This is the seventh post in my Tiny Art Collecting series. If you've missed the others, find them here:
Tiny Art: How To Collect Art on a Small Budget
Tiny Art: Linda Robertson's Collection
Tiny Art: The Quinn's Collection
Tiny Art: Mary Witt's Collection
Tiny Art: The Powers' Collection
Tiny Art: Sarah Stevenson's Collection
My last post was going to be the final tiny art post, but then I had the idea to reach out to Deb Thompson, owner of Nahcotta Gallery in Portsmouth, New Hampshire. I had mentioned Nahcotta in my post on The Quinn’s collection because Nahcotta is where they bought their first tiny art piece. Deb graciously responded to my interview request and now I get to share their story with you.
Nahcotta Gallery is home to the well-received, biannual Enormous Tiny Art Show. (If you are in the area, show #21 is up through April 2.) Work in the show ranges from $50-1,000 and all work is 10x10” or smaller. Some pieces are traditional paintings and others are assemblage or sculpture pieces. The show provides a way to see a wide variety of new work from artists all over the country. There is something for everyone in an environment of synergy, connection, and elevations of ideas. Deb says many artists come just for the variety because the mix of mediums and techniques inspire their own new ideas.
The show started 10 years ago as the brainstorm of Deb and a friend. They had been doing a successful show in February with works on paper, but interest in that subset of art was dwindling so they were looking for new ideas. As ideas are wont to do, it came to Deb in the shower. She thought it would be fun to do a big show of small work with a ton of different artists. The first show in 2007 included 150 pieces of art and 25 artists. It was the biggest show they had done and was a huge hit. Quickly, they made it a twice-yearly affair. Now, in 2017, the show includes 40-50 artists and over 300 pieces! There is also an online version that is available year-round.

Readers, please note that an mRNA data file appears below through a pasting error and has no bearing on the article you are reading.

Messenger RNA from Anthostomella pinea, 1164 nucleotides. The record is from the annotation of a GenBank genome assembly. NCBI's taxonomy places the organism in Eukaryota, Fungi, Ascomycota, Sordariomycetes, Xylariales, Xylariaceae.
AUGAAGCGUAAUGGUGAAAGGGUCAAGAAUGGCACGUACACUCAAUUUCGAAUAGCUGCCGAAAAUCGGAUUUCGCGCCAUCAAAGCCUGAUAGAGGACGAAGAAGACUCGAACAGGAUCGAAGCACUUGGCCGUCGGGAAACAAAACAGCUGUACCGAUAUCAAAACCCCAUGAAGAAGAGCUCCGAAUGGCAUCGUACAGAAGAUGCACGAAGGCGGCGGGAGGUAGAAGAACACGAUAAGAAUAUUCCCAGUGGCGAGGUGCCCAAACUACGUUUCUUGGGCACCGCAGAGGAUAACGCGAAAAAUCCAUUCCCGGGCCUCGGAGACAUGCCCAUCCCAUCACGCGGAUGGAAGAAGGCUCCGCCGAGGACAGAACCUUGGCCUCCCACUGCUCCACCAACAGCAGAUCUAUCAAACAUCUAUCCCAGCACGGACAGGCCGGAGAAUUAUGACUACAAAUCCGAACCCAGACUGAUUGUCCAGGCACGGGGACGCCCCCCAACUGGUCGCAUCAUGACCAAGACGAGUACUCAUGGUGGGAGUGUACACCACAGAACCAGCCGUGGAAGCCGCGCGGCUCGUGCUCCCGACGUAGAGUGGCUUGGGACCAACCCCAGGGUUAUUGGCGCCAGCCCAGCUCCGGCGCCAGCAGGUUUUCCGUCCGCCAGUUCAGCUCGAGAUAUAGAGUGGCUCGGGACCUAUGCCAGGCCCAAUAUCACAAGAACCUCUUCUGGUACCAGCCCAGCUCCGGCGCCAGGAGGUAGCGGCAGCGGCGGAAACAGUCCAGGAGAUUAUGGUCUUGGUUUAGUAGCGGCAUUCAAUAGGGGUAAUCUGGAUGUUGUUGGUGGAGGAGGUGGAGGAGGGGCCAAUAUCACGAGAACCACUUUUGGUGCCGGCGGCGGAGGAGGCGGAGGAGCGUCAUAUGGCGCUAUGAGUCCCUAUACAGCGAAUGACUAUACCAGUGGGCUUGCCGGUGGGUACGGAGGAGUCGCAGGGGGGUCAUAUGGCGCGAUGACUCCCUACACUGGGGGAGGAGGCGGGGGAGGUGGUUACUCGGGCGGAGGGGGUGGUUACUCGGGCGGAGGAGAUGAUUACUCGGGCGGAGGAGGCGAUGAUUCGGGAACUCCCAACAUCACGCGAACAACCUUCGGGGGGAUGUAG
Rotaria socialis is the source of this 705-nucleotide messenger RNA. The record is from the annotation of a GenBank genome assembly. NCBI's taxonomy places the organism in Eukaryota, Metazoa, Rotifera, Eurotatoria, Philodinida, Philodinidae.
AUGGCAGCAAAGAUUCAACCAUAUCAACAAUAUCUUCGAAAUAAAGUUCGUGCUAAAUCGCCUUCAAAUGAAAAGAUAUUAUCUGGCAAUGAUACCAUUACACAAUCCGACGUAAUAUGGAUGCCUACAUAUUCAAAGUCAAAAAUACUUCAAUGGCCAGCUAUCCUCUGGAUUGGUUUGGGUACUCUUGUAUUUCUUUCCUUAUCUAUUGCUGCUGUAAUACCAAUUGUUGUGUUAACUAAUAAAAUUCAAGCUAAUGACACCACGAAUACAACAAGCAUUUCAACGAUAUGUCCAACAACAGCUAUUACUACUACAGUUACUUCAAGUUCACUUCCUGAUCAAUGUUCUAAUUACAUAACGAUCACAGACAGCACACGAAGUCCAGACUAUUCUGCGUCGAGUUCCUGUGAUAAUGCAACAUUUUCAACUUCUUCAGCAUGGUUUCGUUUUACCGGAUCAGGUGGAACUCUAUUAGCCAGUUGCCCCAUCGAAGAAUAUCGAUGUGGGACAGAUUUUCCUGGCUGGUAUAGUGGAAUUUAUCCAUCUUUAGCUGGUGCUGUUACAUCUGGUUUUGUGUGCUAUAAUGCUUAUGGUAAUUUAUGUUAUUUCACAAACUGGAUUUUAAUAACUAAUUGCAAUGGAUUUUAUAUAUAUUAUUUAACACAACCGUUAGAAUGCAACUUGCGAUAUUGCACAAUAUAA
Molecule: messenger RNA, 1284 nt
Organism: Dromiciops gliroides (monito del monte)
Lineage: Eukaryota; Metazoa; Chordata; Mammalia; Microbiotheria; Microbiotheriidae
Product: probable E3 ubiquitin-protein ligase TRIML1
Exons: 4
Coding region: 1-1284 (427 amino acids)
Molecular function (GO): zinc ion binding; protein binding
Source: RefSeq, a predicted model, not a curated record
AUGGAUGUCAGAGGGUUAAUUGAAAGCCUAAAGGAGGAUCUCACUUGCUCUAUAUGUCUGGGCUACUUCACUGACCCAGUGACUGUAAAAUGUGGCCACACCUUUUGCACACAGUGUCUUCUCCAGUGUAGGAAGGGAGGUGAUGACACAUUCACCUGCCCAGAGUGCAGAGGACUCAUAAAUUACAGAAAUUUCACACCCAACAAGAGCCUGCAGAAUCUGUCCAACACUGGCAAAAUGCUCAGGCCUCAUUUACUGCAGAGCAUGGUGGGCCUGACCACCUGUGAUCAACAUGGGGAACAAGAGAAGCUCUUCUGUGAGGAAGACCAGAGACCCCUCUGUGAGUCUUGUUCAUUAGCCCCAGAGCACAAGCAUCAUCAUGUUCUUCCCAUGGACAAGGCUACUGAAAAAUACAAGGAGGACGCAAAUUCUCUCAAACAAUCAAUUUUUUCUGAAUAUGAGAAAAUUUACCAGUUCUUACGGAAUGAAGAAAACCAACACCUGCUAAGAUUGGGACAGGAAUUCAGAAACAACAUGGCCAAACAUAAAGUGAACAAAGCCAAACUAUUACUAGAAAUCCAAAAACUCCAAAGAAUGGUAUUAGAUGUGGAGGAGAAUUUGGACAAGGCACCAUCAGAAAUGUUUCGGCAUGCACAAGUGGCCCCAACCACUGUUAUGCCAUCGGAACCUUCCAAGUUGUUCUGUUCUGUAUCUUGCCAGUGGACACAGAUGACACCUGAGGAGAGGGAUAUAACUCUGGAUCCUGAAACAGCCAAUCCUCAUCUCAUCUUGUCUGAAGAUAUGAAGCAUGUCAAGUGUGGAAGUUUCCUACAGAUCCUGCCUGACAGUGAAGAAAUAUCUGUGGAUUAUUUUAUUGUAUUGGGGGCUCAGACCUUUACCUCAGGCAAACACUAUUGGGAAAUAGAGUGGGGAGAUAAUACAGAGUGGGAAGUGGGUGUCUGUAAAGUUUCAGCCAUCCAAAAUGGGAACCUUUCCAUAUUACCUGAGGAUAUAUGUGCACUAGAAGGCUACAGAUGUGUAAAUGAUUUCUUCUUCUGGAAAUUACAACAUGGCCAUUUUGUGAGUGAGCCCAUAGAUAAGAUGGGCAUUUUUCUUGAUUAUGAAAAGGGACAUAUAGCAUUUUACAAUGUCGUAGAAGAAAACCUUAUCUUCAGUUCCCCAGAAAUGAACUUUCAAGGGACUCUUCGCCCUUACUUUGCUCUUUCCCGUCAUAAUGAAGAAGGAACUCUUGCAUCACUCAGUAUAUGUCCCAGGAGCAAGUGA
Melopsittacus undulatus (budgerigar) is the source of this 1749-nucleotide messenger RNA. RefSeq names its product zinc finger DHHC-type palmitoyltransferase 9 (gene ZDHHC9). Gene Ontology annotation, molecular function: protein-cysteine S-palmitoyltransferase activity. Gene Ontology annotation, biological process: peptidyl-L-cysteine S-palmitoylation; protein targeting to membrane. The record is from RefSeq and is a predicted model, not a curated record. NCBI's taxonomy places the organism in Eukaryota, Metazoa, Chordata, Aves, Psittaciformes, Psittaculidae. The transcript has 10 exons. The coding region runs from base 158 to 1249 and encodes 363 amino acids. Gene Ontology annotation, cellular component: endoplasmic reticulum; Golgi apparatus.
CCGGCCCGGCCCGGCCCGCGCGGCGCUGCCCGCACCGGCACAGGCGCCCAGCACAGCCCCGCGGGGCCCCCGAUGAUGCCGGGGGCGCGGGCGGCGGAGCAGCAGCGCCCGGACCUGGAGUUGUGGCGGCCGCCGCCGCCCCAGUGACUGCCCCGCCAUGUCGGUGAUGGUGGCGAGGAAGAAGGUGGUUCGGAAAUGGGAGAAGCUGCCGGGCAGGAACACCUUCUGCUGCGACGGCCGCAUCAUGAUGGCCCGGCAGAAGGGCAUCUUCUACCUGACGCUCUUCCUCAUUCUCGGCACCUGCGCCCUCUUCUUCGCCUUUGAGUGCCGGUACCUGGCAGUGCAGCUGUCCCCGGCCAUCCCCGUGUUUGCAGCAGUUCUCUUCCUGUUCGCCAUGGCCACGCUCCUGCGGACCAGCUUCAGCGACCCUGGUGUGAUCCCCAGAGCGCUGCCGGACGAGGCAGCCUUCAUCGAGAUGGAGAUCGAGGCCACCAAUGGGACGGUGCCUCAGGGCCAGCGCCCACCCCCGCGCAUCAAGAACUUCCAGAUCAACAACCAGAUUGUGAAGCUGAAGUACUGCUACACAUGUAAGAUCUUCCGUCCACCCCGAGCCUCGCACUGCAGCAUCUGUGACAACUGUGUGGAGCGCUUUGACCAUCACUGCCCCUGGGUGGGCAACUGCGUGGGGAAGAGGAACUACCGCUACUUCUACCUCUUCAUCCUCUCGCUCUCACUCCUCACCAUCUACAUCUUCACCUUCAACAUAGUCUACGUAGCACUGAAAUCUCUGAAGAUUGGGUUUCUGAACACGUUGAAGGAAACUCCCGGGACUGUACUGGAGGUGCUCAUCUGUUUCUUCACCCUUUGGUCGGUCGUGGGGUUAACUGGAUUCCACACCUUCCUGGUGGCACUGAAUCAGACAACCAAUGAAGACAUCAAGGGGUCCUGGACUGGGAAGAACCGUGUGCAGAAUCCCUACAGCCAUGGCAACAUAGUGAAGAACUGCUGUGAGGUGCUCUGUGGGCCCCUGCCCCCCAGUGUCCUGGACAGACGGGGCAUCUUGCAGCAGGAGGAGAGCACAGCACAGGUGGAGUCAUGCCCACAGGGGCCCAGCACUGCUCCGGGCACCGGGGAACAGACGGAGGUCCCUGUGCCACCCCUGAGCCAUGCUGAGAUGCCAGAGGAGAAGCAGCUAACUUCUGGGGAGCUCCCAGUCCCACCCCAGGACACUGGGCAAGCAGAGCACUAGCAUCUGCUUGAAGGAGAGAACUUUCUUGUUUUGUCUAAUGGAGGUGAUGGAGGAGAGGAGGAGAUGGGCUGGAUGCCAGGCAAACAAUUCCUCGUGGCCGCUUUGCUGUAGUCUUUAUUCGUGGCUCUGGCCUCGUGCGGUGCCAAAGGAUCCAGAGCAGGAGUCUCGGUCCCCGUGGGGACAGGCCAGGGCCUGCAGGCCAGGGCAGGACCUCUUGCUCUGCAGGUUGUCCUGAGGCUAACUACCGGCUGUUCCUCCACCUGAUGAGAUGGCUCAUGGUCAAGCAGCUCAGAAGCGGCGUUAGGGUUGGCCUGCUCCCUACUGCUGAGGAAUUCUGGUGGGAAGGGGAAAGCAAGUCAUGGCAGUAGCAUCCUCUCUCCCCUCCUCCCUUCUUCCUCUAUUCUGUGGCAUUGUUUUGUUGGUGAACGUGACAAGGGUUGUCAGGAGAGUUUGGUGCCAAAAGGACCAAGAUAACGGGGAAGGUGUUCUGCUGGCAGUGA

The show creates a palpable excitement about original art. Attendees really get excited about finding work they love and can afford. Deb has clearly hit a sweet spot where art becomes accessible and connection to the arts is fostered. 10 years later each show still generates buzz and excitement in the community.
Deb’s advice for buying art?
The connection to the art you buy should be visceral. Choose art that moves you. Don’t let your home design constraints dictate every choice. Original art will change the way you feel about your space. When you buy prints and mass-manufactured art you don’t realize what you are missing. Hanging original art in your home brings a living energy into the space.
Deb also suggests hanging tiny art in a salon wall arrangement, mixing in various other objects, photographs, and several small works. The center of the cluster of art should be 58” up from the floor, she says.
If you are ever in New England in March or September, I highly recommend you make a detour over to Nahcotta Gallery to check out the Enormous Tiny Art Show. Even if it is another month, the gallery is worth checking out! And they always have a salon wall of tiny art if that is what you are after!